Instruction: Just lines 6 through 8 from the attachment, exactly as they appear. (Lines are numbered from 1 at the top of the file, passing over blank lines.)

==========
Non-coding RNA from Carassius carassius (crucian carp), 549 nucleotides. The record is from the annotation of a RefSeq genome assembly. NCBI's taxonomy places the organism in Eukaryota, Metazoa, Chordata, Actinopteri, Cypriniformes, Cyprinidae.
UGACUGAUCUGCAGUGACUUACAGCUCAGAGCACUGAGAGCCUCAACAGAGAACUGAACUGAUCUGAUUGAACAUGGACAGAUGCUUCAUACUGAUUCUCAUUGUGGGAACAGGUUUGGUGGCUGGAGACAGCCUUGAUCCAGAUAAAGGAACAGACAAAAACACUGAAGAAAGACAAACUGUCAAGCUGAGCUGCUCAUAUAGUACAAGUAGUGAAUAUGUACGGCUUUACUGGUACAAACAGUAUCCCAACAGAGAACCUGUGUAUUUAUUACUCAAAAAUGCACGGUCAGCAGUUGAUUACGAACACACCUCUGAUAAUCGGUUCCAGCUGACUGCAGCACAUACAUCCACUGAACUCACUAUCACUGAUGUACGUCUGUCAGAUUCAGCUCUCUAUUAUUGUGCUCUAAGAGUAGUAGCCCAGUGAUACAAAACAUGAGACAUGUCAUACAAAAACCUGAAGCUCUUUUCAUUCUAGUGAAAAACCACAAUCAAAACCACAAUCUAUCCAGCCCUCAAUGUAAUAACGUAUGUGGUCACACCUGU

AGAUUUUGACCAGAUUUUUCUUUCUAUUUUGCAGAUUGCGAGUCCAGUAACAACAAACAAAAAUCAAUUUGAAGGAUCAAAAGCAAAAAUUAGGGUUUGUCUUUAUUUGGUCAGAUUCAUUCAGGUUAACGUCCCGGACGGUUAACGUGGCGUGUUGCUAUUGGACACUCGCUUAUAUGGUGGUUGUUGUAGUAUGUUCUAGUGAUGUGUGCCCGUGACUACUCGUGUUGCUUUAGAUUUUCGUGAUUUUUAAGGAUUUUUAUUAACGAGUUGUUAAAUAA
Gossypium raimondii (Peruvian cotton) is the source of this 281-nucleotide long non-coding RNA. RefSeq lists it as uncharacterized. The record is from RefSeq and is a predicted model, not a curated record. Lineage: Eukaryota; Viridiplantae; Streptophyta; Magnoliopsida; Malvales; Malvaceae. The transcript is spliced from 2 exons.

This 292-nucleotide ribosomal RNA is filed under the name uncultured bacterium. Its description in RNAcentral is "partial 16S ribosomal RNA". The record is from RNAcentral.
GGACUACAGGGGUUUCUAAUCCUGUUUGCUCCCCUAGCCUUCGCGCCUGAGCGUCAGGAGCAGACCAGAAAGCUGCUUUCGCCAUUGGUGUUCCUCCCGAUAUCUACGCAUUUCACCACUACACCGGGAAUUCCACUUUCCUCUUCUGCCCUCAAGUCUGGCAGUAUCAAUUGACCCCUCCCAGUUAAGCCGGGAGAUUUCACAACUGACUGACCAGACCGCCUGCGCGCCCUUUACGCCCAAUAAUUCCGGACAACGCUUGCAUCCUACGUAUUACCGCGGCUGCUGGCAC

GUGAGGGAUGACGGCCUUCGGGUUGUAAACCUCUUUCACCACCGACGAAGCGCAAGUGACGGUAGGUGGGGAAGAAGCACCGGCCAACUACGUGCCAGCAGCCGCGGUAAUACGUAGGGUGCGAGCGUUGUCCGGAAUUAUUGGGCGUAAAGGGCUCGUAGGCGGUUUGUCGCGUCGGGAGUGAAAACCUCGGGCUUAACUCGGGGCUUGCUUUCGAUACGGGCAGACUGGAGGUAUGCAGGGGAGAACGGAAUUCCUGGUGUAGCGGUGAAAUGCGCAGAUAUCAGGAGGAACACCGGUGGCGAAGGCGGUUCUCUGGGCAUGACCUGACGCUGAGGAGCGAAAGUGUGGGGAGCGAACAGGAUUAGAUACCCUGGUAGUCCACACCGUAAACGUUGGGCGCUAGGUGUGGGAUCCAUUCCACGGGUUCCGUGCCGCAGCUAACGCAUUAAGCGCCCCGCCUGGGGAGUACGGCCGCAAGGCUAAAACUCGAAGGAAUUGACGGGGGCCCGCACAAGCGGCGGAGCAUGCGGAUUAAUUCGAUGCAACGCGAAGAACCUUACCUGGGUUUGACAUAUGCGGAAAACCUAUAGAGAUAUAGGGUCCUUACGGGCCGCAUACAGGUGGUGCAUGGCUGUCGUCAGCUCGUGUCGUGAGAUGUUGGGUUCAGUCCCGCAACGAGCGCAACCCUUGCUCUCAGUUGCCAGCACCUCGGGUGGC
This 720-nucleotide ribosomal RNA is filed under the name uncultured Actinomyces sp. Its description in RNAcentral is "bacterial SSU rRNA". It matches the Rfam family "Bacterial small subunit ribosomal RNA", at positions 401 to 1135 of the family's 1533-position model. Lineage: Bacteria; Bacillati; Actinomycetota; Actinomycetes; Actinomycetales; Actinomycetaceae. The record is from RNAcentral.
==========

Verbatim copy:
GGACUACAGGGGUUUCUAAUCCUGUUUGCUCCCCUAGCCUUCGCGCCUGAGCGUCAGGAGCAGACCAGAAAGCUGCUUUCGCCAUUGGUGUUCCUCCCGAUAUCUACGCAUUUCACCACUACACCGGGAAUUCCACUUUCCUCUUCUGCCCUCAAGUCUGGCAGUAUCAAUUGACCCCUCCCAGUUAAGCCGGGAGAUUUCACAACUGACUGACCAGACCGCCUGCGCGCCCUUUACGCCCAAUAAUUCCGGACAACGCUUGCAUCCUACGUAUUACCGCGGCUGCUGGCAC

GUGAGGGAUGACGGCCUUCGGGUUGUAAACCUCUUUCACCACCGACGAAGCGCAAGUGACGGUAGGUGGGGAAGAAGCACCGGCCAACUACGUGCCAGCAGCCGCGGUAAUACGUAGGGUGCGAGCGUUGUCCGGAAUUAUUGGGCGUAAAGGGCUCGUAGGCGGUUUGUCGCGUCGGGAGUGAAAACCUCGGGCUUAACUCGGGGCUUGCUUUCGAUACGGGCAGACUGGAGGUAUGCAGGGGAGAACGGAAUUCCUGGUGUAGCGGUGAAAUGCGCAGAUAUCAGGAGGAACACCGGUGGCGAAGGCGGUUCUCUGGGCAUGACCUGACGCUGAGGAGCGAAAGUGUGGGGAGCGAACAGGAUUAGAUACCCUGGUAGUCCACACCGUAAACGUUGGGCGCUAGGUGUGGGAUCCAUUCCACGGGUUCCGUGCCGCAGCUAACGCAUUAAGCGCCCCGCCUGGGGAGUACGGCCGCAAGGCUAAAACUCGAAGGAAUUGACGGGGGCCCGCACAAGCGGCGGAGCAUGCGGAUUAAUUCGAUGCAACGCGAAGAACCUUACCUGGGUUUGACAUAUGCGGAAAACCUAUAGAGAUAUAGGGUCCUUACGGGCCGCAUACAGGUGGUGCAUGGCUGUCGUCAGCUCGUGUCGUGAGAUGUUGGGUUCAGUCCCGCAACGAGCGCAACCCUUGCUCUCAGUUGCCAGCACCUCGGGUGGC
This 720-nucleotide ribosomal RNA is filed under the name uncultured Actinomyces sp. Its description in RNAcentral is "bacterial SSU rRNA". It matches the Rfam family "Bacterial small subunit ribosomal RNA", at positions 401 to 1135 of the family's 1533-position model. Lineage: Bacteria; Bacillati; Actinomycetota; Actinomycetes; Actinomycetales; Actinomycetaceae. The record is from RNAcentral.